Date: Tue, 16 Mar 2004 13:04:34 -0500
Reply-To: Paul Allison <allison@SOC.UPENN.EDU>
Sender: "SAS(r) Discussion" <SAS-L@LISTSERV.UGA.EDU>
From: Paul Allison <allison@SOC.UPENN.EDU>
Organization: University of Pennsylvania
Subject: SHORT COURSE ON MISSING DATA, APRIL 23-24
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On April 23-24, 2004, I will be offering a two-day course in
Philadelphia on Missing Data .
After reviewing the strengths and weaknesses of conventional methods,
the course will focus two newer methods, maximum likelihood and multiple
imputation, that have much better statistical properties. These new
methods have been around for at least a decade, but have only become
practical in the last few years with the introduction of widely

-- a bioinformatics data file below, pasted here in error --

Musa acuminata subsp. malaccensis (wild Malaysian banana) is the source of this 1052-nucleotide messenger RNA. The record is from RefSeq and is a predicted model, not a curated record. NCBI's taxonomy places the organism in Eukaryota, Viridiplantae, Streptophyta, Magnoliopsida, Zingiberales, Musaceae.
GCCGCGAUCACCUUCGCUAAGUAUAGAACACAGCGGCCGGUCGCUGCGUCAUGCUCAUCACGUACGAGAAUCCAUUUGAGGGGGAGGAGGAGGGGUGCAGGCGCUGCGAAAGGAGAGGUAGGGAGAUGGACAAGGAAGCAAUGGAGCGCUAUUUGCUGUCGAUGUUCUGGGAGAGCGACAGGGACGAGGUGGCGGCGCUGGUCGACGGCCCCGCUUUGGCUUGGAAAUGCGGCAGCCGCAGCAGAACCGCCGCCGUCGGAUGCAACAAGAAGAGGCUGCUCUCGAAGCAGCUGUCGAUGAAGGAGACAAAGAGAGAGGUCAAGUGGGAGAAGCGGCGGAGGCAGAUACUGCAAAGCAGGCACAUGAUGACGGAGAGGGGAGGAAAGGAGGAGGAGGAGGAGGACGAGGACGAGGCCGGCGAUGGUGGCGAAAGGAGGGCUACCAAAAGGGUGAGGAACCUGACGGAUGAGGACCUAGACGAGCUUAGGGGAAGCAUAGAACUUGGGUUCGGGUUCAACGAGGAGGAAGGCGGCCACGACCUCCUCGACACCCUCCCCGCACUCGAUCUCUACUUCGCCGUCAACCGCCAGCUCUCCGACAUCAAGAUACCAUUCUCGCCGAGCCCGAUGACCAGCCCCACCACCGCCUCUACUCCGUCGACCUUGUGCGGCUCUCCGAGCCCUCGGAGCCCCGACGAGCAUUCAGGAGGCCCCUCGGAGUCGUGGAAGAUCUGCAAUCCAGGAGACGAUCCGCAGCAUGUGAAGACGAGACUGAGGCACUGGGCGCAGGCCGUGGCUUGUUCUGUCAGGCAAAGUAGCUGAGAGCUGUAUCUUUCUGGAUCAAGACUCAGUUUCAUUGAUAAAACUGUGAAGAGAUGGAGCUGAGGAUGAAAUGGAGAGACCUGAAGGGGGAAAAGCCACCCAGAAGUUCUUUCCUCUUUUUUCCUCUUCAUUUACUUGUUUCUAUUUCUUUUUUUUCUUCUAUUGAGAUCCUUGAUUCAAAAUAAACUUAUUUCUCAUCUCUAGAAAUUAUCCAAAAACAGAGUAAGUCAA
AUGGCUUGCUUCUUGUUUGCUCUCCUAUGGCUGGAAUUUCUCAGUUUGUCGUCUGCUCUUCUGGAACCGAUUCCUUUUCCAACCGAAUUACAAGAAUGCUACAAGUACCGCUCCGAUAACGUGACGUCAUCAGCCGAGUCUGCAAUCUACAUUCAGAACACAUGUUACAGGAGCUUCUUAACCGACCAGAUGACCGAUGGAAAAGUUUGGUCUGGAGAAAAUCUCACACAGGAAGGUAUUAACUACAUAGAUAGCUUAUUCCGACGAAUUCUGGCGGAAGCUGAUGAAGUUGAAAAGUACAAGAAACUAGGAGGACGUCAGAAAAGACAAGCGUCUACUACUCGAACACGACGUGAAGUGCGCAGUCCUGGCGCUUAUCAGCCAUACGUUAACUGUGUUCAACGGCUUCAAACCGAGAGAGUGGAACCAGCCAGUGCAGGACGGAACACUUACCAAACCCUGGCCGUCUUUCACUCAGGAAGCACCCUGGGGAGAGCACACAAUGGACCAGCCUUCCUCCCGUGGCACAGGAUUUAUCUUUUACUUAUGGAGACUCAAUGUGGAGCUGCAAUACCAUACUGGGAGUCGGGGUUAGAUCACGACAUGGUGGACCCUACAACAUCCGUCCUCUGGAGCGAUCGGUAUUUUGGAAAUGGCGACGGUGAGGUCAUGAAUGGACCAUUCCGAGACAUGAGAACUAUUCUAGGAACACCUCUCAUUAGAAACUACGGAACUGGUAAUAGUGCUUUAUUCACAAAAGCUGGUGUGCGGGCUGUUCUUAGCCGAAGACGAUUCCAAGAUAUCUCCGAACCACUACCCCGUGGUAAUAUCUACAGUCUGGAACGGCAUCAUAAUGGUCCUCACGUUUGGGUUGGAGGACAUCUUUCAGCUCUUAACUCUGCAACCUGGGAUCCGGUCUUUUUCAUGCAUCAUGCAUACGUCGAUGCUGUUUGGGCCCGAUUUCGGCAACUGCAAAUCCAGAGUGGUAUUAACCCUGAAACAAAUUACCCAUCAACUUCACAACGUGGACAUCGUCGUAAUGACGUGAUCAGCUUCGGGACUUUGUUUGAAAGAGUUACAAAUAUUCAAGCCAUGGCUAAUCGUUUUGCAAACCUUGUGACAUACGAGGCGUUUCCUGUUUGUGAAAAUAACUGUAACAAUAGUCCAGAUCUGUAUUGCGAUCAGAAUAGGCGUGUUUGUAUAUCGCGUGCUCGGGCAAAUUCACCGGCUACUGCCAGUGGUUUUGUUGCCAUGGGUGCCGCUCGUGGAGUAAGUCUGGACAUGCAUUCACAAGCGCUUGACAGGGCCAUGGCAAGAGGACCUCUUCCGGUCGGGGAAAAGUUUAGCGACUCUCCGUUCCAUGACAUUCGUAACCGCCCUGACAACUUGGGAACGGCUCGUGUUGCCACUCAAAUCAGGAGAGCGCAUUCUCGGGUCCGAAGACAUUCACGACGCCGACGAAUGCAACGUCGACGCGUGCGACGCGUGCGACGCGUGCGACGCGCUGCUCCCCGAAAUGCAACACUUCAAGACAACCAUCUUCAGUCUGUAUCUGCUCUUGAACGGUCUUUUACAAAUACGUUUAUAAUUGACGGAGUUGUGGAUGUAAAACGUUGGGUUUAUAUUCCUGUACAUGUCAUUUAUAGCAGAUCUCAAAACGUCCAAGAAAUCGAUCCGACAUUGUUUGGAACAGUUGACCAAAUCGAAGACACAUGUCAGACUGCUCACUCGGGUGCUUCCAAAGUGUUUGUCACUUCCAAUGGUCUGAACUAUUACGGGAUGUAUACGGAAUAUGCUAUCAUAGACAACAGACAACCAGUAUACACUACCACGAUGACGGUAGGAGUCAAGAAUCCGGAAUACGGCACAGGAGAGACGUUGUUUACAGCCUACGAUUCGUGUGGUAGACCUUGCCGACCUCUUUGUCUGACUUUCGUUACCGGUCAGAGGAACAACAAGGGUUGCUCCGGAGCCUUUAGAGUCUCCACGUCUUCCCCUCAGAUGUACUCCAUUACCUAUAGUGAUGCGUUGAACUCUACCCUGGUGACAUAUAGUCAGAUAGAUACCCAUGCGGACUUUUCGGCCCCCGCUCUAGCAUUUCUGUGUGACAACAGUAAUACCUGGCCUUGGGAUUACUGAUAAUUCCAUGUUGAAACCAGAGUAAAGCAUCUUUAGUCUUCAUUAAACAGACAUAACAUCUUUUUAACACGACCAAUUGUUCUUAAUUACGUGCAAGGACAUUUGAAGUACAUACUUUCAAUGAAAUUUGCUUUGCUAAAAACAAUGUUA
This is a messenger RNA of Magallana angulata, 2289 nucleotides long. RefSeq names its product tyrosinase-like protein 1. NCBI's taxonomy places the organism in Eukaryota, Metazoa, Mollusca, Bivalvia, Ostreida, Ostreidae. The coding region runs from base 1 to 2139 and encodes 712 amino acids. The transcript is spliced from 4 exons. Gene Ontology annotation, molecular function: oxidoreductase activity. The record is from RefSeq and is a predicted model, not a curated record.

available and user friendly software. What's remarkable is that these
methods depend on less demanding assumptions than those required for
conventional methods. At present, maximum likelihood is best suited for
linear models or log-linear models for contingency tables. Multiple
imputation, on the other hand, can be used for virtually any statistical
Multiple imputation will be illustrated with the new MI procedure in
SAS. Maximum likelihood will be implemented with structural equation
modeling software (either Amos or LISREL).
The text for the course will be my "Missing Data" published by Sage in 2001.
For complete details, go to www.ssc.upenn.edu/~allison